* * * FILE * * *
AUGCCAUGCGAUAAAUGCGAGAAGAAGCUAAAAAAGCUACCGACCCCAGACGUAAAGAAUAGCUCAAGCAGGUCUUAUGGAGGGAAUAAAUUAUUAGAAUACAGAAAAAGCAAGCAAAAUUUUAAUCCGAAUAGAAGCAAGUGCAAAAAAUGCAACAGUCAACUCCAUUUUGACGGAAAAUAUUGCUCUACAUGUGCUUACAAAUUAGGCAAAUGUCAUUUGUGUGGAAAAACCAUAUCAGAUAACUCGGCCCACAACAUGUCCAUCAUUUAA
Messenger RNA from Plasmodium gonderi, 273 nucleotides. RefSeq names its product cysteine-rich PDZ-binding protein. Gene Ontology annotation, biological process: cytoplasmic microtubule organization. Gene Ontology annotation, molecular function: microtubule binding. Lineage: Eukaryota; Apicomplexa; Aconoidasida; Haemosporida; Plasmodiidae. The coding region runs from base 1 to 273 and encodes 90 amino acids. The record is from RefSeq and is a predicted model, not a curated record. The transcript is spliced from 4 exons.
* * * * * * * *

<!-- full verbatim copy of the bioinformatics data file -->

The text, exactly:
AUGCCAUGCGAUAAAUGCGAGAAGAAGCUAAAAAAGCUACCGACCCCAGACGUAAAGAAUAGCUCAAGCAGGUCUUAUGGAGGGAAUAAAUUAUUAGAAUACAGAAAAAGCAAGCAAAAUUUUAAUCCGAAUAGAAGCAAGUGCAAAAAAUGCAACAGUCAACUCCAUUUUGACGGAAAAUAUUGCUCUACAUGUGCUUACAAAUUAGGCAAAUGUCAUUUGUGUGGAAAAACCAUAUCAGAUAACUCGGCCCACAACAUGUCCAUCAUUUAA
Messenger RNA from Plasmodium gonderi, 273 nucleotides. RefSeq names its product cysteine-rich PDZ-binding protein. Gene Ontology annotation, biological process: cytoplasmic microtubule organization. Gene Ontology annotation, molecular function: microtubule binding. Lineage: Eukaryota; Apicomplexa; Aconoidasida; Haemosporida; Plasmodiidae. The coding region runs from base 1 to 273 and encodes 90 amino acids. The record is from RefSeq and is a predicted model, not a curated record. The transcript is spliced from 4 exons.